There Are No Black People In My Yoga Class
On January 28th, 2014, XoJane published an “It Happened to Me” personal essay titled “It Happened to Me: There Are No Black People In My Yoga Class and I’m Suddenly Feeling Uncomfortable About It.” The essay described the author, Jen Caron’s, experience in her yoga studio when a overweight black woman entered. She goes on to explain how she felt the woman was angry at her “skinny white girl body” and how this distracted her and troubled her, ultimately causing her to break down crying when she returned home. Within 48 hours the post has gained over 2,500 comments. The same day Gawker posted an article titled “Black Person in Yoga Class Causes Profound Moral Crisis” which poked fun at the article. Other posts that lampooned the article include The Wire’s “It Happened to a Well-Off Young Woman Wallowing in Her Privilege” and XoJane’s own “It Happened To Me: I Read an Essay About a White Woman’s Yoga Class/Black Woman Criss and I Cannot,” both published on January 29th.
On January 30th the editor who assigned the original post, Rebecca Carroll, published a post titled "I Assigned That “Yoga Class” Piece and Here’s Why," in which she explained how the story came to be published and responded to the backlash saying:
“After taking a step back, halfway through my fourth week as an editor at XoJane, I realized that in all likelihood if I were a reader who hadn’t had the initial conversation with Jen and knew the background and context of the story, I would have been equally as offended as the most critical commenters. Because I SHOULD have asked Jen to do more work and questioning before writing about her experience.”
Conor Oberst Rape Accusation
On December 17th, 2013, XoJane published an article about a woman who was abused by her boyfriend titled “It Happened to Me: I Dated a Famous Rock Star & All I Got Was Punched in the Face.” In the comments section of the post, an anonymous user left several messages accusing Conor Oberst, known for founding the indie rock band Bright Eyes, of raping her 10 years ago when she was 16-years-old.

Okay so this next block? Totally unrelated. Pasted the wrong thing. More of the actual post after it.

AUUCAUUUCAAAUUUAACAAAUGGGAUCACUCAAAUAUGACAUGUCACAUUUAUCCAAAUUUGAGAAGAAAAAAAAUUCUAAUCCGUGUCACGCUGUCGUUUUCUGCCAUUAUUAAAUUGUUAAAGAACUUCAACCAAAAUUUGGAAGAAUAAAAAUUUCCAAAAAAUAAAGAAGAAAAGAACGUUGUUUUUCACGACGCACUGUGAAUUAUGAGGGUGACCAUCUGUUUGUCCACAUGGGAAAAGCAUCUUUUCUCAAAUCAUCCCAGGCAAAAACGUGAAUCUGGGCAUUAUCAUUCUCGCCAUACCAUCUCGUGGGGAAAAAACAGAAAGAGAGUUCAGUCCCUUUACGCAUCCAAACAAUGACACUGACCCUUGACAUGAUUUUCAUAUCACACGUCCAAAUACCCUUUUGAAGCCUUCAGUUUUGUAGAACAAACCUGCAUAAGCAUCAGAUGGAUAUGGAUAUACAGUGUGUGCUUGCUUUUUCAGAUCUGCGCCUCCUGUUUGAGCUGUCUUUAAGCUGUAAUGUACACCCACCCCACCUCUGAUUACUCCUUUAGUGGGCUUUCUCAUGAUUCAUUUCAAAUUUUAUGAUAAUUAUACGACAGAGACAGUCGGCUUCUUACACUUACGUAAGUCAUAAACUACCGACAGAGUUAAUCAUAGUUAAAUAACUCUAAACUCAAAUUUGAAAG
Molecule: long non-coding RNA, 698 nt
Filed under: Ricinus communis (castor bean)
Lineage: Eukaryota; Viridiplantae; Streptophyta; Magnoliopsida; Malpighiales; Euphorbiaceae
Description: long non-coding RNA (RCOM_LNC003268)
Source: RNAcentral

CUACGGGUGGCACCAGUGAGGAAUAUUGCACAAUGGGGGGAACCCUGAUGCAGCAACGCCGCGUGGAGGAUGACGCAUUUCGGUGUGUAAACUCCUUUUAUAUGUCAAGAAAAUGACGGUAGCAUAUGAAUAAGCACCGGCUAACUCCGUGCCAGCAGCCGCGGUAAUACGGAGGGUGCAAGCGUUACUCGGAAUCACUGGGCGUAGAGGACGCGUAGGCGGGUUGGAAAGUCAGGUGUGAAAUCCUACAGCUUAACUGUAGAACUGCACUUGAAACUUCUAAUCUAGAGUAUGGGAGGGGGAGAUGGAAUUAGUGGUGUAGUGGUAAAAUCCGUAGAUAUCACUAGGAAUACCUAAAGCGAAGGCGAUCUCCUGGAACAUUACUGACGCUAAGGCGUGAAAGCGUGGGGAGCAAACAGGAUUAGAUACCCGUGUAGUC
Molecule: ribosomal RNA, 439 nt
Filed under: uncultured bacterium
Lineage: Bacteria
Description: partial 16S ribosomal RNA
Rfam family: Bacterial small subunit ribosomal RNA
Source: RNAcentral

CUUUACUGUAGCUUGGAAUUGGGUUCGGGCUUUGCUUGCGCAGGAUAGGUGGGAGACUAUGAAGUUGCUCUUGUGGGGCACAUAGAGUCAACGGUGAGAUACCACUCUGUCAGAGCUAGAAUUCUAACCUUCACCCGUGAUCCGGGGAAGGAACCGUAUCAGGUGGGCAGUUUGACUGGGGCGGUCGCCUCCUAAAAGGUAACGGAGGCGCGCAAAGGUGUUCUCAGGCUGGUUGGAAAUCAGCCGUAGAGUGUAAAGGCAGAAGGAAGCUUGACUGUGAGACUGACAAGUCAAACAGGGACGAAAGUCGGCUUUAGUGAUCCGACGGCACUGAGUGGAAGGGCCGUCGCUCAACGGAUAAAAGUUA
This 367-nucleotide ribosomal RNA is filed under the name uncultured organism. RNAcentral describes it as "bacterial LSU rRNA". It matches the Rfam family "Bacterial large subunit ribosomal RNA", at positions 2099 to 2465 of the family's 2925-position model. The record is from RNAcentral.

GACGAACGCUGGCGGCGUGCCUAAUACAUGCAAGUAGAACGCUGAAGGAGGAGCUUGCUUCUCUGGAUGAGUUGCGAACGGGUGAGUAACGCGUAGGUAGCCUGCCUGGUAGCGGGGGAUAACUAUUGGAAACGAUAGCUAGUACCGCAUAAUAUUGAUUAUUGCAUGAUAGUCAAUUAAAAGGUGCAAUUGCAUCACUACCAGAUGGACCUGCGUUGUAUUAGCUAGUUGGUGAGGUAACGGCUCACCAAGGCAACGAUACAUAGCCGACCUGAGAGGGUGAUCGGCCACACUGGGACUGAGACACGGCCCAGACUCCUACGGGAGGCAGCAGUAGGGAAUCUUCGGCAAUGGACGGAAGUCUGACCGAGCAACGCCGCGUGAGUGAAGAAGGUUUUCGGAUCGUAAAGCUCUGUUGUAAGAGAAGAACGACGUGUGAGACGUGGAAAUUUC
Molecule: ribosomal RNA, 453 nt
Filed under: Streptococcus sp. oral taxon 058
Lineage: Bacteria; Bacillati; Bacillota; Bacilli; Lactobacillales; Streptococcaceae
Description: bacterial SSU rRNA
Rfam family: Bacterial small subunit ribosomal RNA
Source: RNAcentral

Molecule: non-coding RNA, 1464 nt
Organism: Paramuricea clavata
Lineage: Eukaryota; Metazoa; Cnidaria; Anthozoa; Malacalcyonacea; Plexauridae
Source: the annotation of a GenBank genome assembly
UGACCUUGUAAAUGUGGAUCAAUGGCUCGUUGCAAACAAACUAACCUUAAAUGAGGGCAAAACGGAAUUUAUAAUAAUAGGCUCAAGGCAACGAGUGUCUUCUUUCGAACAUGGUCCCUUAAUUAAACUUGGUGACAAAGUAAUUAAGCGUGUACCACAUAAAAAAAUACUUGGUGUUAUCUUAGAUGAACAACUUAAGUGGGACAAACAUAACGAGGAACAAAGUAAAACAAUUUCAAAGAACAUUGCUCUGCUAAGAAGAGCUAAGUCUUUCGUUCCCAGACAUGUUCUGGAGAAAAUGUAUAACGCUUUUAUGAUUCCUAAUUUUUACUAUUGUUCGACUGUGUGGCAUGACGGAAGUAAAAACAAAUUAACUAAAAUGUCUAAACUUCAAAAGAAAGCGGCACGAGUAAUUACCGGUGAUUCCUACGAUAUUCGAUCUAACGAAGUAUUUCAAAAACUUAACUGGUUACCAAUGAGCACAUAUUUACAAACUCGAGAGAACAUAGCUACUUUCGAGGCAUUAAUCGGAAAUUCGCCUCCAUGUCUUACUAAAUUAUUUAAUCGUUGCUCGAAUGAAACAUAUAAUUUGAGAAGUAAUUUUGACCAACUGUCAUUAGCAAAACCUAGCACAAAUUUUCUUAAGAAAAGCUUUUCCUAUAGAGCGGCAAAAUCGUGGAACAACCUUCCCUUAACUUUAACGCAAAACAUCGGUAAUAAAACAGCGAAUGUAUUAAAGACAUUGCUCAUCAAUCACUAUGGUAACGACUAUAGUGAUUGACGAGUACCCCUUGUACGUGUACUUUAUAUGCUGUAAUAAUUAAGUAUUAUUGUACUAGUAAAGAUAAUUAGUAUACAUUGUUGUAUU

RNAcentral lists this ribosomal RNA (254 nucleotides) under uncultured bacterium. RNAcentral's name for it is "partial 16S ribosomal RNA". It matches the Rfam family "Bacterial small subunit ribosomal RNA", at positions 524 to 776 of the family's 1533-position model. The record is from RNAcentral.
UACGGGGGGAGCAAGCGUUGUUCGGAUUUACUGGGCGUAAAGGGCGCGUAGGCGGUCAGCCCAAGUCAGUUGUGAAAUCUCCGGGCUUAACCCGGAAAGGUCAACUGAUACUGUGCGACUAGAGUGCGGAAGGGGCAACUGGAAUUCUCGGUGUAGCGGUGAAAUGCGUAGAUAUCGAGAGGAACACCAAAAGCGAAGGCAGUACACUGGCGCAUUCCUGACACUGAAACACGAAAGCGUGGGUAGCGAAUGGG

“I was raped by a “rock star” myself. I was 16 years old, he was in his 20s. No one believed me (he wasn’t even that famous then). No one believed me because I had been his biggest fan for several years at that point, his pictures covered my locker, etc. I guess when I made the accusation, everyone thought it was some sick & twisted way to get… I don’t know, closer to him? My own mother didn’t believe me until recently and it’s 10 years later now. This guy is the poster boy for what was known as “emo” back in the day, everyone thinks he’s so sweet and sensitive and sad, that he could never be the vicious monster he was that night. It makes me sick. I want to out him so bad. Every time I hear his name, I want to tell people what he did. I think people deserve to know. But due to how shit went down with my own friends&family at the time of the assault, the backlash terrifies me. It hurts to constantly see the way people fawn over him as if he’s a God. It’s really hard dealing with your attacker being famous or popular when you know the truth about them but feel no one will listen.
Anyway, I am so sorry that this happened to you but so glad you finally got out.”